Keratoconus is a progressive corneal disease that effects roughly 1 in 2000 Americans according to the national institute of health. It causes blurred vision that may not be correctable with standard spectacles or soft contact lenses. Other symptoms can include glare, haloes, and rarely, pain. Keratoconus is not an inherently blinding condition, but in its severe forms it can result in the need for a corneal transplant. Scleral lenses offer keratoconic patients significant visual rehabilitation and are comfortable and stable. They can be successful for nearly any patient, even those who have failed other contact lenses in the past like corneal gas permeable lenses and hybrid lenses. They are also shown to reduce or alleviate the need for a corneal transplant.
Dry eye disease patients can do exceptionally well with scleral lenses. Because these devices hold a layer of moisturizing tears against he ocular surface all day, they can offer relief from dry eye symptoms and improved quality of life. Many studies highlight the reduction or discontinuation of the need for eye drops and medications, as well as improved visual acuity and visual stability.
Post corneal surgery patients (LASIK, Corneal Transplant, RK, PRK) can be left with corneal surface irregularities that prevent them from seeing as crisply as they would like, especially at night. These irregularities cannot be corrected with spectacles, soft contact lenses or other surgeries. Scleral lenses can give back the crisp 20/20 vision that allows you to see clearly at night or follow a golf ball off of the tee.
At Kirkwood Eye Associates, we have invested in the latest technology to fit scleral lenses. We are one of the only practices in the state to offer Eyeprint custom molded scleral lenses that accurately match the ocular surface down to 2 microns. We are one of the first to have a machine that utilizes complete scleral surface mapping to design lenses that are accurate down to 10 microns. Both of these options far exceed the ability to fit with diagnostic lenses alone. Call today to see if scleral lenses can change your life.
Attention scleral lens wearers! We at Kirkwood Eye Associates are proud to be national leaders in scleral lens fitting for dry eye, keratoconus, and irregular cornea patients. We are excited to announce the addition of the EyePrint Pro Scleral Device System to our practice. This highly customized scleral lens fitting utilizes a compound that is inserted onto the surface of the eye and makes an impression of the globe. That impression is 3D analyzed and a perfectly molded scleral device is produced for your eye.
Kirkwood Eye Associates First To Offer Low Level Laser Therapy Dry Eye Treatment in the Saint Louis Area
We at Kirkwood Eye Associates are excited to offer the next generation tool in the fight against dry eye disease. We are the first practice in St. Louis to offer Low Level Laser Therapy (LLLT) to treat meibomian gland dysfunction (MGD) and dry eye diseases (DED). This revolutionary treatment is done in office and is safe, painless and effective in unclogging tear glands and up regulating tear production to allow for a more stabile and robust tear film.
We have always strived to offer the latest in-office therapies to treat dry eye including the Lipiflow, the iLux, the ABmax Blepharo-exfoliator, punctal occlusion, amniotic membrane therapy, demodex treaments and more. In-office dry eye treatments have many advantages over at-home therapies and prescription drugs. They often cost less over time, have little or no side effects, don’t require nightly care regimens and, best of all, they target the cause of the tear film dysfunction and allow the eye to work for itself, instead of relying on prescription drugs.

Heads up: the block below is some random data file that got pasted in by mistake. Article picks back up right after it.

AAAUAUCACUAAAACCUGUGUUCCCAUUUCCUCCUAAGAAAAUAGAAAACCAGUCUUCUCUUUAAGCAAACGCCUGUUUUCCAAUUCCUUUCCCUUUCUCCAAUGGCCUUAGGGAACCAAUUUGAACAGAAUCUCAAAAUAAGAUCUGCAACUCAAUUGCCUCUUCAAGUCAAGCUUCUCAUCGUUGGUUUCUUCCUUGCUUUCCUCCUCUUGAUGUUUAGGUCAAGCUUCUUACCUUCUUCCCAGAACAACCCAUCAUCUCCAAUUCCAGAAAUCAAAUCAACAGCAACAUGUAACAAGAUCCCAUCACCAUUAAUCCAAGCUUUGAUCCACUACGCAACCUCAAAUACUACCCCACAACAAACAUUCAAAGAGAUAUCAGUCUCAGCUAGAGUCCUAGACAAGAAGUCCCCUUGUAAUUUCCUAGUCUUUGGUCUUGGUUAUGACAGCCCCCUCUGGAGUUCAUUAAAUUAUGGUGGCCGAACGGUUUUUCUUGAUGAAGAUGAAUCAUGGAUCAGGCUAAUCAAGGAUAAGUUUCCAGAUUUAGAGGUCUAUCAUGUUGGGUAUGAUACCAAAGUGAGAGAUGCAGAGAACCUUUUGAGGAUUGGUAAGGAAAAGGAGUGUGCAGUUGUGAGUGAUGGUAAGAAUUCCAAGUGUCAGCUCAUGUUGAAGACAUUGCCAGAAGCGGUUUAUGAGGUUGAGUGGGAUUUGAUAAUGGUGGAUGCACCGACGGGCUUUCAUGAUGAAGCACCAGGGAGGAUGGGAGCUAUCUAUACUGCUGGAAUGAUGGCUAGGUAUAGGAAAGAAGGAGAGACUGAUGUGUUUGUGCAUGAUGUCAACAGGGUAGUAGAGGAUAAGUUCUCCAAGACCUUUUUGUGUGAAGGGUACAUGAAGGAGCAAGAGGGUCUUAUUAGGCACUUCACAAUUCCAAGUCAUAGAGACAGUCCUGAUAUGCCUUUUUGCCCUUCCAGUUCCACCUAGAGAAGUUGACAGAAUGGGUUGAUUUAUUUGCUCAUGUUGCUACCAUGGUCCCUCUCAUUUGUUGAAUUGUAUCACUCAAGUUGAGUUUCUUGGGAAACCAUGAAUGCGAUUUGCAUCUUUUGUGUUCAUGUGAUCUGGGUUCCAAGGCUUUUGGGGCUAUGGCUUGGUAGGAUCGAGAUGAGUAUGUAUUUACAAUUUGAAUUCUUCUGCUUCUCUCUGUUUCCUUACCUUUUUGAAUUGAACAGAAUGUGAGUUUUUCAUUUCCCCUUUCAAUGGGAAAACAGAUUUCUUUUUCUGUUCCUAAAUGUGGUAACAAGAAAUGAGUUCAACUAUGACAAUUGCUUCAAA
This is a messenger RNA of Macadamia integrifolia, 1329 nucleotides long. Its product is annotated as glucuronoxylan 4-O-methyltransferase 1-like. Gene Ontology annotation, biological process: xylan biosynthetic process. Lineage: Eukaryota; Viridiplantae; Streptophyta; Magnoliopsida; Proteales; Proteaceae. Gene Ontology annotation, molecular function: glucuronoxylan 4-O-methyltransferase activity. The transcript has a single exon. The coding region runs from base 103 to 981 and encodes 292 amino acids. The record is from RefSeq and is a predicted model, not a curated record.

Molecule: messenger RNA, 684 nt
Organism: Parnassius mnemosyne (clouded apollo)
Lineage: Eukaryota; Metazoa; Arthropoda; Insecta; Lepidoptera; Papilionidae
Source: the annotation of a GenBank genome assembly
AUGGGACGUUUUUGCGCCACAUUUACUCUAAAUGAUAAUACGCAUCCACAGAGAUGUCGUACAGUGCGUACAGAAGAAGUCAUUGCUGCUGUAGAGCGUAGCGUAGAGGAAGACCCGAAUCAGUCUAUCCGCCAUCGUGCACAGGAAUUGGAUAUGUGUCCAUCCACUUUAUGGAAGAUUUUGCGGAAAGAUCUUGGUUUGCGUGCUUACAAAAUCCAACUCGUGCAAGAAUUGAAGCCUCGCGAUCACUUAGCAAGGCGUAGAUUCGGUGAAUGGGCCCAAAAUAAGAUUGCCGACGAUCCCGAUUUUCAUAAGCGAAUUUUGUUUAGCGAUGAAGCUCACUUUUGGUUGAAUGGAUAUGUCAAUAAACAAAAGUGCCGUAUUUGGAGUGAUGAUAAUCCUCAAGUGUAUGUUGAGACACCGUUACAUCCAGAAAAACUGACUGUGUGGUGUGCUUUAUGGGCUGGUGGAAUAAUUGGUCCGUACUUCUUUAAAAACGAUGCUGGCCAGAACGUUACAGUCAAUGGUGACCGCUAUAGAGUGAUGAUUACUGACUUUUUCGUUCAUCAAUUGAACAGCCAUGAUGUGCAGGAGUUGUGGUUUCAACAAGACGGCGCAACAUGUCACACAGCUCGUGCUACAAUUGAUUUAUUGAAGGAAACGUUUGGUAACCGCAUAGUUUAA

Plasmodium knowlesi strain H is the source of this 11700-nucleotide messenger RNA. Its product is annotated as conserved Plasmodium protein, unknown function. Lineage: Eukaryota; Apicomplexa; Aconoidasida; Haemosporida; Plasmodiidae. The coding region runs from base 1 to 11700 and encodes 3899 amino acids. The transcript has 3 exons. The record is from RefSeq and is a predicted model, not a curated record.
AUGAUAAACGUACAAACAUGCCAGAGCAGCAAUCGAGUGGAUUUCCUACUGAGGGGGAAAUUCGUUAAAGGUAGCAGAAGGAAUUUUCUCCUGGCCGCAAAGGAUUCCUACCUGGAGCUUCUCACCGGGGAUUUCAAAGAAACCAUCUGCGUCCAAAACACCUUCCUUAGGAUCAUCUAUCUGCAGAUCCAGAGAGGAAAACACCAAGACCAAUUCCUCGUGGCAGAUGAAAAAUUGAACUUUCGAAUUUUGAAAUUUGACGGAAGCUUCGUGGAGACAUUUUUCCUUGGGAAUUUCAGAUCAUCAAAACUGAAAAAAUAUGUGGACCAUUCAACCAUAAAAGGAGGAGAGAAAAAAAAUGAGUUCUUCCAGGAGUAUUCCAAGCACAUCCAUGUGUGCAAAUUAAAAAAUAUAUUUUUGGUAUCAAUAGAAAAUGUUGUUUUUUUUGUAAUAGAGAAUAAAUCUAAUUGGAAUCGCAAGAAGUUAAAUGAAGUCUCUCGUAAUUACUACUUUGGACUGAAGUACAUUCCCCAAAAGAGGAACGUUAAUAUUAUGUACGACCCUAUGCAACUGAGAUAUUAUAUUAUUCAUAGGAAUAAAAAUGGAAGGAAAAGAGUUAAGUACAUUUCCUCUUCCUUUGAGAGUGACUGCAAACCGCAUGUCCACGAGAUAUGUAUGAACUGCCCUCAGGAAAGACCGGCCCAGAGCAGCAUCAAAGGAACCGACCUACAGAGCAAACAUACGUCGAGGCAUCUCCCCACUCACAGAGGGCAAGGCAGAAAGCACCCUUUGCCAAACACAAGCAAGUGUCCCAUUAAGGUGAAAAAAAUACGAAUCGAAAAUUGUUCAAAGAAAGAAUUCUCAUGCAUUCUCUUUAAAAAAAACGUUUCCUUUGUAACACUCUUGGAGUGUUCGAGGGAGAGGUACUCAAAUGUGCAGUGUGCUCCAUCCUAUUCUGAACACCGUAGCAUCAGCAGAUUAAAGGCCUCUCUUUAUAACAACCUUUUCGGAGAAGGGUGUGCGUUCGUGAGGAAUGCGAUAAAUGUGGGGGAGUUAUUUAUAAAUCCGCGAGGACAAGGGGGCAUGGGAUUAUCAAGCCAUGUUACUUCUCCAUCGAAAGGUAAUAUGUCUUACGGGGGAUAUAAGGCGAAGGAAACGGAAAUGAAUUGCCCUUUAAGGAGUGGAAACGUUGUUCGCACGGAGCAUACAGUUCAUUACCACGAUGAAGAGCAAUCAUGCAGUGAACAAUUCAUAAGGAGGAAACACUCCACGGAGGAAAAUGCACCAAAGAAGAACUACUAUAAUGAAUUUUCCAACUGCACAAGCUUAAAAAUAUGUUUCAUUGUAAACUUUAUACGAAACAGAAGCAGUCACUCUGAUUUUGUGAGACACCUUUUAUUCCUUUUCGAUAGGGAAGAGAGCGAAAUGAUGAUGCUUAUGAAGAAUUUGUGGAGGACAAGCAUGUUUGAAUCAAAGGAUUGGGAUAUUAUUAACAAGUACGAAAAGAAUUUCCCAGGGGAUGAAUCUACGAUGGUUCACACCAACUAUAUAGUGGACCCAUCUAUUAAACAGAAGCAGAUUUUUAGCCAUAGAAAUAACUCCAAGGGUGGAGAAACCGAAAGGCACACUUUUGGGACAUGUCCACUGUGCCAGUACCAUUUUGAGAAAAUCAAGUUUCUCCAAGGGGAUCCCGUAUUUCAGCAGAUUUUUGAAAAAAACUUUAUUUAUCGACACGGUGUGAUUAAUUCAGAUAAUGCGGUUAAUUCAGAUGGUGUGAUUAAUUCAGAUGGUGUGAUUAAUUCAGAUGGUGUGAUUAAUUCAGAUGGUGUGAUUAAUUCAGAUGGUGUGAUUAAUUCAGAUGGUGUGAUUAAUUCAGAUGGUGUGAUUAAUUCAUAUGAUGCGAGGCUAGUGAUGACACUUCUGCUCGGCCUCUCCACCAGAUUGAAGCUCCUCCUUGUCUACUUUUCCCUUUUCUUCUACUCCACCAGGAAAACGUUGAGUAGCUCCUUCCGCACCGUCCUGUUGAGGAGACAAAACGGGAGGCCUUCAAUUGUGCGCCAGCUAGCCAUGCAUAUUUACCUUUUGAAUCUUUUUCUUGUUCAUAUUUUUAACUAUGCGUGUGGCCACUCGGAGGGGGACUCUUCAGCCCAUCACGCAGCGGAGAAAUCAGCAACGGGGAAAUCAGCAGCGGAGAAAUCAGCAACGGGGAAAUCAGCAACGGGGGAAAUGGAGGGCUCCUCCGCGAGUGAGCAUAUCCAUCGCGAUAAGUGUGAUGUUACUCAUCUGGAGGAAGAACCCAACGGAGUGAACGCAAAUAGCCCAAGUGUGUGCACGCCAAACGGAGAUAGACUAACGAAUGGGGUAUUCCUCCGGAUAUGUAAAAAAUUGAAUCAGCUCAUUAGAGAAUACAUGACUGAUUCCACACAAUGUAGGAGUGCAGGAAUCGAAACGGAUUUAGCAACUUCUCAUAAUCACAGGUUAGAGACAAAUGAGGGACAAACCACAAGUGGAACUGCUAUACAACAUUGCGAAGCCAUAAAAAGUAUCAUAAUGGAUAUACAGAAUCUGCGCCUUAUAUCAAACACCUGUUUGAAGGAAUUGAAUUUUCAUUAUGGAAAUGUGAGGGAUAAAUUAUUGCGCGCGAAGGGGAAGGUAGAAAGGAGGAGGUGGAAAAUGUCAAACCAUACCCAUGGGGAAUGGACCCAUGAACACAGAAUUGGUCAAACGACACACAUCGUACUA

How does LLLT work? Simply put, a mask is placed over the eyes and upper face that is equipped with high energy diodes that emit a specific wavelength of light. This up-regulates the action of the cells powerhouse known as mitochondria. This achieves two results. First, this increased metabolic activity inside the tear glands generates heat that melts blockages in the meibomian glands and lacrimal glands, allowing tears to flow more freely. Second, the increase in metabolism charges the tear glands, increasing tear output. Added bonus… this treatment also boosts collagen production around the eye area and can help alleviate wrinkles.
The result is clear and robust lipid and aqueous production, the two building blocks of our tear film. The treatment lasts 15 minutes and is painless. I can be repeated as often as necessary to alleviate symptoms and keep them at bay. We often combine this therapy with eyelash exfoliation to clear away dirt, bacteria and biofilm from the lid margin that can clog and disrupt gland function. For more severe cases, it can also be combined with the iLux meibomian gland expression system.
This brand new technology is FDA approved and has been used for years in Europe with great success. It is not covered by insurance but treatments often cost less than a month of dry eye medications like Xiidra or Restasis and don’t require daily drop instillation that sting and bad taste.
Conditions that would benefit from LLLT:
Dry Eye and meibomian gland dysfunction (MGD)
If you have dry eye of any severity, from mild contact lens dryness to stinging eyes at the computer, to severe painful dry eye secondary to an autoimmune condition, call us to set up an appointment for this exciting new treatment.
As the Coronavirus pandemic continues, patients continue top ask about aspects of their health pertaining to their every day life, including contact lens wear. When it comes to contact lens wear, the American Optometric Association (AOA) and the Center For Disease Control (CDC) both state that contact lenses are still a safe and contact lens wearers shows no greater risk from COVID-19 than those wearing glasses. Here are some pointers and myth-busters to guide you through the outbreak.
Contact lenses themselves will not give you COVID 19. Proper hygiene is always important when handling contact lenses, and this is even more important than ever because of the need to touch your face and eyes. Be sure to wash your hand thoroughly!